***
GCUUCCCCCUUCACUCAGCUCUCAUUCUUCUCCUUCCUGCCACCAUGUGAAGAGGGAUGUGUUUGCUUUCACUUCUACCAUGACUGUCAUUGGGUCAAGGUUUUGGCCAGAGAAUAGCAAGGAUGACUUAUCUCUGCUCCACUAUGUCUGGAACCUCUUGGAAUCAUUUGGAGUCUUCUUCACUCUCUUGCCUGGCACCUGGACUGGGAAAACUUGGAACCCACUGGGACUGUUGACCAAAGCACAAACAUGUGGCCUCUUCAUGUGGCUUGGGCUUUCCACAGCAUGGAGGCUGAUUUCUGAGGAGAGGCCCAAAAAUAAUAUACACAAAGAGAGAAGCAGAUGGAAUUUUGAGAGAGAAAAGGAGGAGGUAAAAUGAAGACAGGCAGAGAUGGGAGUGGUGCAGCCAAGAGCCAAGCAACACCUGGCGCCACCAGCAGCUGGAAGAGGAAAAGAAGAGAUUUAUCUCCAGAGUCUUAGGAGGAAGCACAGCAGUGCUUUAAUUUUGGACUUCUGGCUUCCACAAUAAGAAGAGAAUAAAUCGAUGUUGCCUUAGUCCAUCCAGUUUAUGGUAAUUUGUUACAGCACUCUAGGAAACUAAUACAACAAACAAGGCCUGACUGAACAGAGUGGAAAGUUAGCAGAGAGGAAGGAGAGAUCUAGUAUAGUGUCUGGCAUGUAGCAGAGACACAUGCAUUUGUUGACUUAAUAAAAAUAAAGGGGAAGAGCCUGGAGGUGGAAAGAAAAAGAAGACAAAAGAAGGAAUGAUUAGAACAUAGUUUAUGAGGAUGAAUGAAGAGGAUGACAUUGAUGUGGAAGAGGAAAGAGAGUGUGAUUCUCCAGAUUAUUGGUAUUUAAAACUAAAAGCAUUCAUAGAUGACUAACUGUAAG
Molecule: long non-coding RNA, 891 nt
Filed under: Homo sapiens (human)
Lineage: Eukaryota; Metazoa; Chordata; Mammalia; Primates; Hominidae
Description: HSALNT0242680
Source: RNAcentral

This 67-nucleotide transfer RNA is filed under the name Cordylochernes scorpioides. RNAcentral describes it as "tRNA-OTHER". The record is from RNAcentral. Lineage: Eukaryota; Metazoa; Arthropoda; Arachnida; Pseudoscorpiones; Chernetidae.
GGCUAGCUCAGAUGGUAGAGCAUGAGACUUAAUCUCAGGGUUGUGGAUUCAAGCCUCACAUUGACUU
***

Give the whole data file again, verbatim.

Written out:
GCUUCCCCCUUCACUCAGCUCUCAUUCUUCUCCUUCCUGCCACCAUGUGAAGAGGGAUGUGUUUGCUUUCACUUCUACCAUGACUGUCAUUGGGUCAAGGUUUUGGCCAGAGAAUAGCAAGGAUGACUUAUCUCUGCUCCACUAUGUCUGGAACCUCUUGGAAUCAUUUGGAGUCUUCUUCACUCUCUUGCCUGGCACCUGGACUGGGAAAACUUGGAACCCACUGGGACUGUUGACCAAAGCACAAACAUGUGGCCUCUUCAUGUGGCUUGGGCUUUCCACAGCAUGGAGGCUGAUUUCUGAGGAGAGGCCCAAAAAUAAUAUACACAAAGAGAGAAGCAGAUGGAAUUUUGAGAGAGAAAAGGAGGAGGUAAAAUGAAGACAGGCAGAGAUGGGAGUGGUGCAGCCAAGAGCCAAGCAACACCUGGCGCCACCAGCAGCUGGAAGAGGAAAAGAAGAGAUUUAUCUCCAGAGUCUUAGGAGGAAGCACAGCAGUGCUUUAAUUUUGGACUUCUGGCUUCCACAAUAAGAAGAGAAUAAAUCGAUGUUGCCUUAGUCCAUCCAGUUUAUGGUAAUUUGUUACAGCACUCUAGGAAACUAAUACAACAAACAAGGCCUGACUGAACAGAGUGGAAAGUUAGCAGAGAGGAAGGAGAGAUCUAGUAUAGUGUCUGGCAUGUAGCAGAGACACAUGCAUUUGUUGACUUAAUAAAAAUAAAGGGGAAGAGCCUGGAGGUGGAAAGAAAAAGAAGACAAAAGAAGGAAUGAUUAGAACAUAGUUUAUGAGGAUGAAUGAAGAGGAUGACAUUGAUGUGGAAGAGGAAAGAGAGUGUGAUUCUCCAGAUUAUUGGUAUUUAAAACUAAAAGCAUUCAUAGAUGACUAACUGUAAG
Molecule: long non-coding RNA, 891 nt
Filed under: Homo sapiens (human)
Lineage: Eukaryota; Metazoa; Chordata; Mammalia; Primates; Hominidae
Description: HSALNT0242680
Source: RNAcentral

This 67-nucleotide transfer RNA is filed under the name Cordylochernes scorpioides. RNAcentral describes it as "tRNA-OTHER". The record is from RNAcentral. Lineage: Eukaryota; Metazoa; Arthropoda; Arachnida; Pseudoscorpiones; Chernetidae.
GGCUAGCUCAGAUGGUAGAGCAUGAGACUUAAUCUCAGGGUUGUGGAUUCAAGCCUCACAUUGACUU